I’m proud to announce the launch of the bugle Academy. A new online academy with free courses on the topic of online corporate training, and aimed at professionals working in sales, customer success, marketing, operations, partner management, and human resources.
At bugle, we were sorry to hear about Clayton Chistensen’s passing. He was one of the greatest innovation thinkers in the last decades. I’ve recently published a short article in his memory, which was motivated by my gratitude for having been his student. You can find the English version and the Portuguese original at the end of this article.
One year ago, I wrote the first article of this blog as part of the launch of the new brand of our video training platform: bugle. Today, we are celebrating all the great things that happened since we re-branded and we created a video to answer the two most frequently asked question about our brand.
Creating and fostering a learning culture is quite different to simply having your Learning and Development team deliver a set of training courses. It means creating an environment where knowledge and best practices are shared between employees and teams as a constant practice. Fostering a learning culture is acknowledging that there is a growth mind-set at the core of your company's values.
On our professional and personal lives we are all inundated with content. Nowadays, anyone can post online whatever they deem important. Yet, the more content is available, the more people look for real thought leaders you can trust.
Customer Success teams often wonder whether the type of product should dictate their customer education tactics. Does a self-service product require a different customer education approach from a more complex one? This article aims to clarify our opinion on this matter.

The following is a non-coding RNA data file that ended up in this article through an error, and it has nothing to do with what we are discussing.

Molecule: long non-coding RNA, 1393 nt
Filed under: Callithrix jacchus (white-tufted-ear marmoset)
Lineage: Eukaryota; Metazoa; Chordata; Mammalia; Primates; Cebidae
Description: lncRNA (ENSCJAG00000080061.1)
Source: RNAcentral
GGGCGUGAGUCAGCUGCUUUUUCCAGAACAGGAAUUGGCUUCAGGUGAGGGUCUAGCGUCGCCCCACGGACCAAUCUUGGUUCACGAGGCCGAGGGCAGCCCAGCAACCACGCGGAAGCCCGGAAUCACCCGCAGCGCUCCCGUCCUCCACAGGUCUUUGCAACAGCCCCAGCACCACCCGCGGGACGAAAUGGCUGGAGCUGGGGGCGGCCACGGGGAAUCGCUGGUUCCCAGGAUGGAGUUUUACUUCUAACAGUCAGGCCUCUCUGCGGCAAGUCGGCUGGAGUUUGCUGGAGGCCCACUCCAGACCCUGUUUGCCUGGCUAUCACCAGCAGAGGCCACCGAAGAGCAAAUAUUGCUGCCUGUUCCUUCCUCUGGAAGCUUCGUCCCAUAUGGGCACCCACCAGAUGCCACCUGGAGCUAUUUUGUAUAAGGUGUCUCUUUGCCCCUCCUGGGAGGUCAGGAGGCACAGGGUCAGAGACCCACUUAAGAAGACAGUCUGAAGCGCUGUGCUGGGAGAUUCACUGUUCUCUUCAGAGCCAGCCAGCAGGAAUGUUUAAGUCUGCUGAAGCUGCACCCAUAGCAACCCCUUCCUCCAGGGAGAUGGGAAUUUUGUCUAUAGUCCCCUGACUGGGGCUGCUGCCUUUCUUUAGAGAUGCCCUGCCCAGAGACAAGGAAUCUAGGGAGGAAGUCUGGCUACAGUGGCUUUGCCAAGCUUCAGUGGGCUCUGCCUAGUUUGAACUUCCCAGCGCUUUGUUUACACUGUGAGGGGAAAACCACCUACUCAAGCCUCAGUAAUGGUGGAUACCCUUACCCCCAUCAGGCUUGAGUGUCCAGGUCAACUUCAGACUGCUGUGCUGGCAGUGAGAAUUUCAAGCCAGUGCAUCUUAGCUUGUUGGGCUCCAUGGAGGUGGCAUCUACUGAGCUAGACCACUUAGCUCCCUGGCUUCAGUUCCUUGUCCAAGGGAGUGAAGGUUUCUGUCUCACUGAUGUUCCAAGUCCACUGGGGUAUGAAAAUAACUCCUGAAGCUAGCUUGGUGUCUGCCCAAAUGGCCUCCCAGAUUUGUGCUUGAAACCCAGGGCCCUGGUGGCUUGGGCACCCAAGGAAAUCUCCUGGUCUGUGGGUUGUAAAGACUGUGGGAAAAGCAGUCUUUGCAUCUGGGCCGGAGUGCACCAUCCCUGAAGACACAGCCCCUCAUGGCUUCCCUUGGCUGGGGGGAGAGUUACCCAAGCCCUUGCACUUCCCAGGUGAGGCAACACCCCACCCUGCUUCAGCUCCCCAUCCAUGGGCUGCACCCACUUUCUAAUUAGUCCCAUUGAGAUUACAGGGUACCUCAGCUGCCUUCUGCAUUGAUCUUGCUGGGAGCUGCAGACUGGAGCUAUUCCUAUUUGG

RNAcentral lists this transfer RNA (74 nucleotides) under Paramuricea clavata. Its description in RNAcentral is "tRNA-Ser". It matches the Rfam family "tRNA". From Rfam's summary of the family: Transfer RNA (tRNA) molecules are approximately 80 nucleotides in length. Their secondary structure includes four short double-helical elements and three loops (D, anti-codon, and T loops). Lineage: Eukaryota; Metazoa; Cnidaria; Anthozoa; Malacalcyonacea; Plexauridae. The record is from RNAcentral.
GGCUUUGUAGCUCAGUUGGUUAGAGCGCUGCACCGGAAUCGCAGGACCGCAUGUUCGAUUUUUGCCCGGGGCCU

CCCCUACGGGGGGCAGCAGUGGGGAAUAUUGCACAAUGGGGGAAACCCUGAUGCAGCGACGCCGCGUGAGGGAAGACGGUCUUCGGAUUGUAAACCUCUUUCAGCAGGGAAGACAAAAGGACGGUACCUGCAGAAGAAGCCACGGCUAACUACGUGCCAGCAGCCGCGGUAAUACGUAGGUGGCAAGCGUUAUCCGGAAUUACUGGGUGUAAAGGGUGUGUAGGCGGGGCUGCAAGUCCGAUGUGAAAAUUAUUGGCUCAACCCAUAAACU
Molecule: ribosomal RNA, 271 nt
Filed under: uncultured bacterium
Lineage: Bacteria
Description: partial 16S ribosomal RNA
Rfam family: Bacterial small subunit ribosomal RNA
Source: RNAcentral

When it comes to customer onboarding, everyone agrees: “You never get a second chance to make a first impression.” The quality and success of your relationship with any new customer is highly dependent upon your first contact with them.
If you work in marketing, you probably often wonder whether you are exploring all your options to maximize your customer acquisition while keeping acquisition costs low.
There is no doubt that selling is a vital part of any organisation: sales bring in revenue and revenue covers expenses, ensures returns on investments and gives businesses the opportunity to grow. Selling is like bridging a gap that exists between what your customers need and the product or service that fulfills that need. Do you think you are doing everything you can to effectively bridge that gap?
Having a strong partner network is an excellent way to grow your business, scale your impact and leverage an existing resource to improve your results. Do you reckon you are exploring all the options to maximise your partners’ contributions to results? How effectively can you handle an ever-expanding partner structure, while maintaining your operational standards?